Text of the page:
With the help of Hibbert, members of Area 55 and the community, Be The Match Indiana was No. 1 in the nation for recruitment last year.
“It was something that I never thought I’d attached my name to but it was something that happened and I felt very strongly about it,” Hibbert said. “It’s something that I care about.”
So what was Lee like? He was a jokester, a beat-box artist, and a kid that would wear basketball shorts all 12 months, despite a wintery chill. He never complained about his condition or asked why me? Instead, he was very conscientious of others.
“Lee's other wish was to feed the homeless,” Robinson-Baker continued. “Not travel, not have some big hoorah. Jahmal Miller as well as the Make-A-Wish foundation here is Sacramento, not only saw to it that Roy and Lee connected, they saw to it that his wish to feed the less fortunate was also done.
“His football team also known as the Pacers, have honored his memory by giving an award each year to a football player that exhibited what Lee did: God, family, friends, respect, and community. I want Lee to be remembered as a very prayerful child who brought his once estranged family together in another dying wish just to have us all around at a barbeque even if he couldn't eat. I want Lee to be remembered as that kid who loved his family and brought plenty of Joy to us, who ALWAYS prayed and was absolutely fearless through his journey.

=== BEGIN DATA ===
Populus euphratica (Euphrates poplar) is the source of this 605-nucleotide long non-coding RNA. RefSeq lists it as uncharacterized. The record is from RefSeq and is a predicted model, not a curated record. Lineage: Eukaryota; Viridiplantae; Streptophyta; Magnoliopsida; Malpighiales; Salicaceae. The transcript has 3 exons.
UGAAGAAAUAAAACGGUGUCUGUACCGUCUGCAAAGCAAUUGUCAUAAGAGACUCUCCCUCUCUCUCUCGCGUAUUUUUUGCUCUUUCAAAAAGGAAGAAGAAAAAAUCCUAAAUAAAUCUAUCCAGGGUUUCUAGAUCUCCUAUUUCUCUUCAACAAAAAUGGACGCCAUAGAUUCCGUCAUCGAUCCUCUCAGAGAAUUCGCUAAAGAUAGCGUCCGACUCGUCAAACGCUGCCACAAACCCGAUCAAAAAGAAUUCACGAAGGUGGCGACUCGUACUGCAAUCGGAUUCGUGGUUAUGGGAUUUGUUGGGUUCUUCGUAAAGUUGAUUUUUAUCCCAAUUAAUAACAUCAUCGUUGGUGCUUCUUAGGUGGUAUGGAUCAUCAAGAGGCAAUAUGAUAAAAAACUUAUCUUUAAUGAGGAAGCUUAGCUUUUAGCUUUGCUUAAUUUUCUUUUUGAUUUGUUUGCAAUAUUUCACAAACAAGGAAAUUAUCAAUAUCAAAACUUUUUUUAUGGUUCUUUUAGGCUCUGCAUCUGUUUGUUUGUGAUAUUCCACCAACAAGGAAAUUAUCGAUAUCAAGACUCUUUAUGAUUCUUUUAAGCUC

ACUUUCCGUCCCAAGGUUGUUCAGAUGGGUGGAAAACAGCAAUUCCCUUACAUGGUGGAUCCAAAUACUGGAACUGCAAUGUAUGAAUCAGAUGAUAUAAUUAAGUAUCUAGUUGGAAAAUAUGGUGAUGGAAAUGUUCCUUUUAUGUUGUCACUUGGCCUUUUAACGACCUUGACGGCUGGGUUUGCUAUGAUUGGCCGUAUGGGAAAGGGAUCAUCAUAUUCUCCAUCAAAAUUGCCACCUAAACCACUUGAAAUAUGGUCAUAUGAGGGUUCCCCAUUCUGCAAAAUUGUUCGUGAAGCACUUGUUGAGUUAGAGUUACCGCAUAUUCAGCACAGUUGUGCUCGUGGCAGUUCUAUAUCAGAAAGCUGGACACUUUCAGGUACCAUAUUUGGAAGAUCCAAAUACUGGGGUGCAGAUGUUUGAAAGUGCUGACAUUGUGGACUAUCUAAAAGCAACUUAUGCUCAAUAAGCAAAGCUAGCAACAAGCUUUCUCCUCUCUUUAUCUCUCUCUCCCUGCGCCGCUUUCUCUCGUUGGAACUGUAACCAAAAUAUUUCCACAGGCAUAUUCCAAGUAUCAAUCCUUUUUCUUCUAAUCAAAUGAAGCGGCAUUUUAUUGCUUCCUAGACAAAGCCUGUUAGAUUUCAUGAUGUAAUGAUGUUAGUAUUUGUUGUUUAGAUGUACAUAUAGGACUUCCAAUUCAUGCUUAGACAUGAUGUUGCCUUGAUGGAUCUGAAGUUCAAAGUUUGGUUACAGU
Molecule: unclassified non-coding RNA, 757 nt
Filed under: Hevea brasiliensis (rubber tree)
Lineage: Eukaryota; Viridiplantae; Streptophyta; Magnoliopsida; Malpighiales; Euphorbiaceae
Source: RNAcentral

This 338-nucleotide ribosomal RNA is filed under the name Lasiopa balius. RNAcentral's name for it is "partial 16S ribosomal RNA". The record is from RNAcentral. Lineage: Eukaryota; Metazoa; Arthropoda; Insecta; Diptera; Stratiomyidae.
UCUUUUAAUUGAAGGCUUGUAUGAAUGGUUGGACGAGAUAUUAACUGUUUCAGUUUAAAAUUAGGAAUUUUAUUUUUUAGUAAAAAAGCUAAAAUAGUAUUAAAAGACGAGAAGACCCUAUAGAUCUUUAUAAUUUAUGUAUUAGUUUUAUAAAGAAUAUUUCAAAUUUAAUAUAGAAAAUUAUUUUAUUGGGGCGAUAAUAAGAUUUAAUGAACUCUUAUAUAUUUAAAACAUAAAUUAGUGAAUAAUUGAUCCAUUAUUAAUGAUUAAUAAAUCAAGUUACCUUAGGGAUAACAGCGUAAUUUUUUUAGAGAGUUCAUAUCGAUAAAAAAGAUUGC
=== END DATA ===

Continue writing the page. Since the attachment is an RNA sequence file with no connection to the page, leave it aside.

“He was well beyond his years. He thought more of his nurses than himself through all that he went through. If someone offered him money, he would respectfully decline and say, ‘No, I don't need anything, you keep it.’ Or when leaving the dinner table, ‘Goodnight and enjoy your meal.’
“He was a football and basketball aficionado. He was THAT kid who would analyze a player to no end. Good, bad or indifferent. Had he been here, he would tell Roy how to "up his game" or be his mini-agent.”
Looking on from above, Lee no doubt is watching what Hibbert and the Pacers are doing on the court, off to a league-best 14-1 start, and humbled that Hibbert, whom he never met, cares that much for him.
“I keep his picture in my wallet,” Hibbert said. “He’s always by my side.”